Then, working from the outside in, take a screwdriver and carefully bore a series of holes in a pattern of your choice. If you’re getting children involved, be sure to monitor them when using tools. Then, grab some battery-powered fairy lights and gently poke each individual LED bulb through the holes you’ve created from the inside. If you don’t have battery-powered fairy lights, you can cut off the top instead of the bottom, and place a single light inside (such as a bicycle light, torch, or other battery-powered light).  

You can watch a how-to video on Tesco’s website.  


The right pumpkin carving tools make a huge difference 

Anyone who’s ever tried to carve through these huge fruits for cooking (making an air fryer pumpkin recipe, perhaps) will know it can be hard work. There are specially designed pumpkin carving sets available to buy from many retailers. Usually, they’re suitable for children to use, too. This can avoid the need to use sharp knives that carry greater risk of injury if your hand slips.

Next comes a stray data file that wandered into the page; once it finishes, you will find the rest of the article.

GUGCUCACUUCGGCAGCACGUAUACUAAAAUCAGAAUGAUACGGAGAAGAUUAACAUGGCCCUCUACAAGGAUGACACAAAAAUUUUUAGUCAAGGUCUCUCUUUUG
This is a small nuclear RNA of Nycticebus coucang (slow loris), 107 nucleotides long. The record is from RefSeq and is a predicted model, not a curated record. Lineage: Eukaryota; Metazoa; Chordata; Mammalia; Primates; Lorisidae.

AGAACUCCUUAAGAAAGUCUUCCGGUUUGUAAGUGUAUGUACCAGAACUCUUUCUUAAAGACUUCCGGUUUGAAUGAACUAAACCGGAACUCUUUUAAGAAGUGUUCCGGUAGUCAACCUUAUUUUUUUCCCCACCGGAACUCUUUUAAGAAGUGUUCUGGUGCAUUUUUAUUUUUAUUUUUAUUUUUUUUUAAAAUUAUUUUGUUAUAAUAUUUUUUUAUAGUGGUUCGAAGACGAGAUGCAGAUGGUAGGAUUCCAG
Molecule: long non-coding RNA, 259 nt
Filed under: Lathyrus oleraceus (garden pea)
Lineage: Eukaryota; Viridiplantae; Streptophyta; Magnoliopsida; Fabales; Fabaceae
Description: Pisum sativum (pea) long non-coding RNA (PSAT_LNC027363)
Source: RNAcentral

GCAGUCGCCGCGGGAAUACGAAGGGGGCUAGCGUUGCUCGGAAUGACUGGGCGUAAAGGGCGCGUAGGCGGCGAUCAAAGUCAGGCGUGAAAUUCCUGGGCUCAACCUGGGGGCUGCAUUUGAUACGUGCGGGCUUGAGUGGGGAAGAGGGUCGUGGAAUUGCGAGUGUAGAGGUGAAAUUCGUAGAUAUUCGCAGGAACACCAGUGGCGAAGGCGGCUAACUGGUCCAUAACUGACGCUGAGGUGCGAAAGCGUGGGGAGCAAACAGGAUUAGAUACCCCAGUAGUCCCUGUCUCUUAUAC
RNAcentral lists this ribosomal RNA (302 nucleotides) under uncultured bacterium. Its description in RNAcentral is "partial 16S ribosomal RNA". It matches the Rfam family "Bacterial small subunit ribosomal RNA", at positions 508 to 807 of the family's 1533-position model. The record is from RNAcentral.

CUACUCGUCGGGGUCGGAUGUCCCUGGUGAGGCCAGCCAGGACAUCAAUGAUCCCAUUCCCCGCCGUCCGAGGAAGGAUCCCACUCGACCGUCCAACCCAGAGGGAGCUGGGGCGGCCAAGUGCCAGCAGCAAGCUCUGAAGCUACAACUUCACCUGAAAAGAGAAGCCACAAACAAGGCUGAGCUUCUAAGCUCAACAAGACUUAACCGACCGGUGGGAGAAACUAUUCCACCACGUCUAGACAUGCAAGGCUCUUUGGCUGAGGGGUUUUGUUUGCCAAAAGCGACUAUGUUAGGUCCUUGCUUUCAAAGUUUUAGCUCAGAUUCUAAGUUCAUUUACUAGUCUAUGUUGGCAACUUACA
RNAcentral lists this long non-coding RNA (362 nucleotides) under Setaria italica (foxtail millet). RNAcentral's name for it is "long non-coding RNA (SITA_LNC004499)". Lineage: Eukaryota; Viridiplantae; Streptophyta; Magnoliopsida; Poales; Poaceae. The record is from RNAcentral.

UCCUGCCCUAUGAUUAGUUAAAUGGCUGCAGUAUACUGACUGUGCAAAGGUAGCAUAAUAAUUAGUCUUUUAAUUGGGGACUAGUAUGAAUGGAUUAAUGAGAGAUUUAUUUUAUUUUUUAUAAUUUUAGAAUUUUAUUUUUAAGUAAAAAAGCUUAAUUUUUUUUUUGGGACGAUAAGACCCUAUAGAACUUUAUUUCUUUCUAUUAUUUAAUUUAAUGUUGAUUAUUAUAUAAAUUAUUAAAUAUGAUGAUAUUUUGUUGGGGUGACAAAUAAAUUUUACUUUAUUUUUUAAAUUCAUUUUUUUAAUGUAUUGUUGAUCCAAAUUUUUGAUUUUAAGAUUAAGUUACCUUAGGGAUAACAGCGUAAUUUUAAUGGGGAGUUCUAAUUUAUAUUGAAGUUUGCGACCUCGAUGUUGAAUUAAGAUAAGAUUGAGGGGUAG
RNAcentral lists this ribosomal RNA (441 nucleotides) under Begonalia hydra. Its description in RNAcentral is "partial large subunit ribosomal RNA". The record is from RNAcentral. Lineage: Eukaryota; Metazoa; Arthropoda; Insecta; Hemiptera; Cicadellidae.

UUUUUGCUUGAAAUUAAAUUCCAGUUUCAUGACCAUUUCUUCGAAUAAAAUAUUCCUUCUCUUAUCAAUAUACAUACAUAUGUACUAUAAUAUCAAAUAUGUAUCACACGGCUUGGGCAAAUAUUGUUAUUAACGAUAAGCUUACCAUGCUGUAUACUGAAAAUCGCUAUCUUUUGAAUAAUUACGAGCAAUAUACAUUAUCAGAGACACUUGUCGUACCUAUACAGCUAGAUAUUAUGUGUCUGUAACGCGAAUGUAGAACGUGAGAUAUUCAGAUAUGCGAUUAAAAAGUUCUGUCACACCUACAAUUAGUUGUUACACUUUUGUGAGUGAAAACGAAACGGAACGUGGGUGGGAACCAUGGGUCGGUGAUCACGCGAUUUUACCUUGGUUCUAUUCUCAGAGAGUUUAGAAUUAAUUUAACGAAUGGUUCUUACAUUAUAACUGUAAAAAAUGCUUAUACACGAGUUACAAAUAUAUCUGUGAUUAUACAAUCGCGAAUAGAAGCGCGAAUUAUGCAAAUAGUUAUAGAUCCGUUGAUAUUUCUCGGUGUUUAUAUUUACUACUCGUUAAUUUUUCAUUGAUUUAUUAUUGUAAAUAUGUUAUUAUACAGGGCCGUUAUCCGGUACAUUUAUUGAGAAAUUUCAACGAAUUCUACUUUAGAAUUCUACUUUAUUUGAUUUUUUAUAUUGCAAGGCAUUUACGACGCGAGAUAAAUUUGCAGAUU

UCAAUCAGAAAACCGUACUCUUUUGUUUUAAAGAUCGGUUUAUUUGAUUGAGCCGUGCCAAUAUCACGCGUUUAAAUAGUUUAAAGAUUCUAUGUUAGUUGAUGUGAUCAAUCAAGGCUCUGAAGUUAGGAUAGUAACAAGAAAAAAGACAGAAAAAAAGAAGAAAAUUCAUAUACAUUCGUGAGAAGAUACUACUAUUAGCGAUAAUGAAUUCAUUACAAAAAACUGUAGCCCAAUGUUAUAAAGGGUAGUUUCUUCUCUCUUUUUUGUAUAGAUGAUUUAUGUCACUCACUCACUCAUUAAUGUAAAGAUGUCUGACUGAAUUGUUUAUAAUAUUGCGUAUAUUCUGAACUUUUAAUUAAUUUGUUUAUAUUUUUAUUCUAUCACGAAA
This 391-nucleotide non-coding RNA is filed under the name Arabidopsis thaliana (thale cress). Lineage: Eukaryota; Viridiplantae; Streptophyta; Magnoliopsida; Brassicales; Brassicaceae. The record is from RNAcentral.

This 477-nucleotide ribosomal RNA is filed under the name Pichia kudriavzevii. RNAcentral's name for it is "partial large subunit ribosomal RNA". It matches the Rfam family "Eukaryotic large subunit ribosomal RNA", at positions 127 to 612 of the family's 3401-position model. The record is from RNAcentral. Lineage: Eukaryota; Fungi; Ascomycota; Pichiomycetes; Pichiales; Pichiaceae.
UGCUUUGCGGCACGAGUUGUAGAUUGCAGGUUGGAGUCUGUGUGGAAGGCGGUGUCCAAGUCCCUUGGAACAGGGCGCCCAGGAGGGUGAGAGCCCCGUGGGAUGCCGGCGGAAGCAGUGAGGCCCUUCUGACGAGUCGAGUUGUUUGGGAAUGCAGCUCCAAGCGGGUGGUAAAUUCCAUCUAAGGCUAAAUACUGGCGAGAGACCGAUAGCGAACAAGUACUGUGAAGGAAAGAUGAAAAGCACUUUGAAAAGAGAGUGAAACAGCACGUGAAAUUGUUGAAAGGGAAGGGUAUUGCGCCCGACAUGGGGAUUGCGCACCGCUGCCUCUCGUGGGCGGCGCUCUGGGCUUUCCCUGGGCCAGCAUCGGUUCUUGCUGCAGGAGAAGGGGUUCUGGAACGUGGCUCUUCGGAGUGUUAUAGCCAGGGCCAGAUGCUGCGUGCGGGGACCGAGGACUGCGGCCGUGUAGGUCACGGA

“Alternatively, a paring knife will do everything you need and has a short blade, which is easy to control for the more delicate tasks,” says Steven Carter-Bailey, ProCook’s head chef and cookery school manager. 

Here are some simple safety tips to keep in mind when creating your masterpiece: 

  • Remember to check that your worksurface is clean and dry, as well as your hands and any tools you’re using.